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Africanized honeybees strike in Modesto

A swarm of Africanized honeybees attacked a 70-year-old man in Modesto last week in the first reported assault by so-called "killer bees" north of Tulare, the Modesto Bee reported. The man was stung more than 50 times, but survived the attack.

Laboratory tests determined the bees were "Africanized," or hybrids descended from swarms moving north from Brazil since scientists brought African bees to breed in the late 1950s.

A UC publication, Africanized Honey Bee Facts, says the insect's killer reputation has been exaggerated. The bees look and pollinate the same as common European honeybees, however, they are less predictable and will pursue a perceived threat for a quarter mile or more.

Victim Jack McBride said the bees zeroed in on his head. They stung inside his nose and on his eyelids, face, neck, armpits and torso, the Bee reported. McBride fell, lost his glasses, tried rolling and finally ran, half-blinded, about one-eighth of a mile to take shelter in a house - bees chasing him the whole way.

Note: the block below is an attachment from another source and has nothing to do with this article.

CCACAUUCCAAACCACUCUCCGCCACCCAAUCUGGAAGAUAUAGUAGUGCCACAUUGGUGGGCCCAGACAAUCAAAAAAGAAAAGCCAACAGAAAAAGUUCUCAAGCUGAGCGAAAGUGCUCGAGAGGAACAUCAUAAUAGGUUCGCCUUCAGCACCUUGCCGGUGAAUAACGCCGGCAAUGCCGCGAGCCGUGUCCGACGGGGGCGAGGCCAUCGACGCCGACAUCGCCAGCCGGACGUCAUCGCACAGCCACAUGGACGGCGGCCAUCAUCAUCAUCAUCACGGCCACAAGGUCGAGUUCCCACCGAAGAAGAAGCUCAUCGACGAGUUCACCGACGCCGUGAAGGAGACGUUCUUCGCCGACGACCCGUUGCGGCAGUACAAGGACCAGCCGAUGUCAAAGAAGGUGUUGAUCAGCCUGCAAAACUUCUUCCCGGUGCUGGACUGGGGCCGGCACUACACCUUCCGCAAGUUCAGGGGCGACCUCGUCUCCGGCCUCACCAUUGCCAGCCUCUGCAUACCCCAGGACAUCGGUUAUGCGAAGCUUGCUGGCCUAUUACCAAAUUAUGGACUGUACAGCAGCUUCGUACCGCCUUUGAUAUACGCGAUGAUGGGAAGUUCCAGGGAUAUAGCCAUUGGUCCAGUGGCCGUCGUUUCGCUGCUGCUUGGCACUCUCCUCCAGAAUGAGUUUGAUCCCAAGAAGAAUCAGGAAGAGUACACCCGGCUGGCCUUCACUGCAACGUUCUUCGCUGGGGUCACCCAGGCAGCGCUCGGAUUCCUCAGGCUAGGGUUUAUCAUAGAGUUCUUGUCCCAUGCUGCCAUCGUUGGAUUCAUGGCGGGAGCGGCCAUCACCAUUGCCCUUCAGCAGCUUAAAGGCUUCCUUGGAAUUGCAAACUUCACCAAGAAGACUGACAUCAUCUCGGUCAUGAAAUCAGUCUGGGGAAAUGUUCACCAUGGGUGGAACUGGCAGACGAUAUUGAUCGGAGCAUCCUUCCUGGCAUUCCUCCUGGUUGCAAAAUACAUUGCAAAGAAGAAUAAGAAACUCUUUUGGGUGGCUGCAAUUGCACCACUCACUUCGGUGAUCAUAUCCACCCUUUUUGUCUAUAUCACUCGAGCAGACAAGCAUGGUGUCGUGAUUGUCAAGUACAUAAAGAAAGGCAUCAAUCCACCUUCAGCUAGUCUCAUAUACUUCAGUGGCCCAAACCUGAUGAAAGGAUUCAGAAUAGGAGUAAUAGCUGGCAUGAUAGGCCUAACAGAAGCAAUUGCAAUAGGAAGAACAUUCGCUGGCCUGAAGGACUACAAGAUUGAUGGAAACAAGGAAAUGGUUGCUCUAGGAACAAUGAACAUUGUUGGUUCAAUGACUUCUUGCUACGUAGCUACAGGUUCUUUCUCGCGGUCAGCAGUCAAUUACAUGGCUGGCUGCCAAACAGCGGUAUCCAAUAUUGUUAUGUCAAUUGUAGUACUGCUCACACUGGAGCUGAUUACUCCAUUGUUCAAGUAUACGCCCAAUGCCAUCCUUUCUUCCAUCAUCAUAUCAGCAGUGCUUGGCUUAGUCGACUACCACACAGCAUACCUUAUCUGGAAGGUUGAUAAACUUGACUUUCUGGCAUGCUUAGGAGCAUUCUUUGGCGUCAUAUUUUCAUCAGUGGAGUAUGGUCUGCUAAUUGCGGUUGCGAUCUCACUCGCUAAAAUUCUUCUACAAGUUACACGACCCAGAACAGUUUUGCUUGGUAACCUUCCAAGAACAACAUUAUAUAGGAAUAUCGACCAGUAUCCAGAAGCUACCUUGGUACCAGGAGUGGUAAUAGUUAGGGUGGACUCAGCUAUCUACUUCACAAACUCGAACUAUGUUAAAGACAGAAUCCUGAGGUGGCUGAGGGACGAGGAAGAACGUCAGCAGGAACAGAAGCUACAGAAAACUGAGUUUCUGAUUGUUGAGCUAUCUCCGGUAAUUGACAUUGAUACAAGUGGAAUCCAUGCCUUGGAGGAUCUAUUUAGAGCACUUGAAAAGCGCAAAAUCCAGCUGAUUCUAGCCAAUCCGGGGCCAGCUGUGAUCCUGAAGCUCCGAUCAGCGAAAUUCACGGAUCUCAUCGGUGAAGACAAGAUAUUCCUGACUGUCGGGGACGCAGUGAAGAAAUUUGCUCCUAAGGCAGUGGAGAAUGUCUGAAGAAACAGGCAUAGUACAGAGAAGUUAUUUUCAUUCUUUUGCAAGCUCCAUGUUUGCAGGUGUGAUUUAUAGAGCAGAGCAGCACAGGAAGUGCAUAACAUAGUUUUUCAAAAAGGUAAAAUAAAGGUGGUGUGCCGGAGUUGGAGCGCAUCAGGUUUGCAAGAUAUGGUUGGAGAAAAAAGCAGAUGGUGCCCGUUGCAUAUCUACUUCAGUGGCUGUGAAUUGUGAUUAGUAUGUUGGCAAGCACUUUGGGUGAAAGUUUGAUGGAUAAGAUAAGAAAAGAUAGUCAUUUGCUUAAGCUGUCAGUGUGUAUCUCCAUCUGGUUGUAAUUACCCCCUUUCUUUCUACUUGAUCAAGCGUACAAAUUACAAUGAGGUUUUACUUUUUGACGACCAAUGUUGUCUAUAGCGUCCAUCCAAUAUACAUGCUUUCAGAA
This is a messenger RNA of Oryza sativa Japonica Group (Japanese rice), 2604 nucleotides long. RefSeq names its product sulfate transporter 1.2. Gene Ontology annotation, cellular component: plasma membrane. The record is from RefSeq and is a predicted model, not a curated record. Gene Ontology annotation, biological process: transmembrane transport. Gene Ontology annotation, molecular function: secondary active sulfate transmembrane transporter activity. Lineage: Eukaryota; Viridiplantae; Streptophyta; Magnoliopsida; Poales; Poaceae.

Modesto Bee reporter Garth Stapley spoke to UC Cooperative Extension honeybee expert Eric Mussen. He said European honeybees "just don't overdo it like that."

Mussen told the reporter the Africanized honeybees were most likely trucked into the area by a commercial beekeeper to pollinate almonds, and a swarm escaped to establish a new hive. He considers it unlikely that African bees moved that far north on their own without confrontations reported in other counties, such as Fresno and Merced.

The article also ran in the Fresno Bee, the Sacramento Bee and the Boston Herald,

Bees swarm to form new colonies. Swarming bees may rest for a while on a branch or other object, but generally leave in a day or two.
Bees swarm to form new colonies. Swarming bees may rest for a while on a branch or other object, but generally leave in a day or two.

Posted on Monday, July 25, 2011 at 9:21 AM

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